S&P has finally downgraded its rating of US government debt, once considered the safest investment you could make. The government’s cost of borrowing will inevitably increase, as will interest rates tied to government securities. And not least, it’s a major blow to American ego. So who’s to blame?
For Democrats, blame lies with Republicans who refused to allow tax increases.
“We need a balanced approach. And the extremism, the Tea Party obstructionism here in Washington, is keeping us from restoring that balanced approach that America has always used of investing in the future, investing in job creation, and also being fiscally responsible at the same time,” said Maryland Gov. Martin O’Malley.–Blame Game Vitriol Demonstrates S&P Disgust
So the Tea Party, which wouldn’t accept tax increases as part of a debt deal, is responsible for the downgrade?
Casting the issue in terms of “balance” is a marvelous rhetorical sleight of hand – as if spending cuts are a Republican (or even Tea Party) thing and tax increases are a Democratic thing, and both sides have to give a little to get us out of the crisis. It’s partisan moral equivalence. Sounds wonderfully magnanimous and bipartisan, doesn’t it?
That would be a good way to cast the issue if we were dealing with feuding families. If the Hatfields and the McCoys are fighting over a piece of land and making everyone around miserable with late night gunfire, public opinion might justefiedly tell them, “split the difference and leave us be”.
But we’re not dealing with private families. They’re not fighting over Republican territory and Democratic territory. They’re fighting over our money – and that changes the entire dynamic of the fight. Instead of imagining yourself as a bystander to a fight, imagine yourself walking back from dinner one night when a mugger approaches you and demands your wallet. You decide to fight, and after exchanging a few blows, you realize you are about evenly matched in strength. The mugger, getting tired, pushes for a compromise: “While wrangling for your wallet, I saw you had about $1,000. Why don’t you give me $500 and I’ll call it a day. After all, we’ve got to have a balanced resolution to this conflict, and I need to buy healthcare for my wife. I’ll even give some of my half to the soup kitchen down the street.”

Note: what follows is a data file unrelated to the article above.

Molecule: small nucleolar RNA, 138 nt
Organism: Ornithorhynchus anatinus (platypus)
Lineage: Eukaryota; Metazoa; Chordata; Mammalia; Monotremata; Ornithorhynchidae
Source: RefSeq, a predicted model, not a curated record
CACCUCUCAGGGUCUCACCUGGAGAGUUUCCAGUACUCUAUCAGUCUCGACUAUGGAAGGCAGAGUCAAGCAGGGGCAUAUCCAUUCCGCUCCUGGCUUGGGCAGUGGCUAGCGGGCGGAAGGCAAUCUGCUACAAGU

Is this an appropriate situation to which to apply moral equivalence? If you refused, and your fight damaged the restaurant beside you, would you be at fault once the cops came? Would they charge you with being “obstructionist” for fighting when you could have just compromised and given him the $500?
To blame the downgrade on a failure to raise taxes is to say the mugger has an equal right to your money as you do; that there is no presumption one way or another, so whatever stops the violence is the way to go. And the fact that the mugger promised to buy healthcare for his wife would give him even more of an entitlement to your money.
I doubt anyone would side with the mugger in this situation. So the only way left to hold that tax increases constitute appropriate “balance” is to question the aptness of the analogy. What would justify the mugger in taking your money? If he organizes his family into a mafia and offers you “protection”? If he buys certain things for you with your money? If he robs everyone on the block, most of whom readily comply? If five people approach you and let you pick which of them mugs you? If he robs you once a year, but to date had only taken $400 at a time?
Interestingly enough, every Fascist government in Europe prior to World War II came to power riding a wave of support from people who were sick of politicians who wouldn’t compromise. When getting something done matters more than what gets done, the obvious solution is to give the executive more power. This indeed seems to be part of the strategy: if people get fed up with gridlock in Congress, they’ll be sympathetic to rule by executive order. But, as things happened, this solution didn’t turn out so well, and certainly didn’t mark the “end of politics”. The way to get rid of partisan rancor is not to set up bodies with more unilateral power, but to diminish the spoils of government.
Martin O’Malley, John Kerry, and David Axelrod are the problem. Their rhetoric is our national sclerosis; the entitlements they defend so vociferously the very reason we have come to a budget crisis at all. And while it’s fair to question the genuineness of the Tea Party in their budget rhetoric – after all it’s much easier to talk a small government game than to actually do something about it – there is no question whose rhetoric is in the right.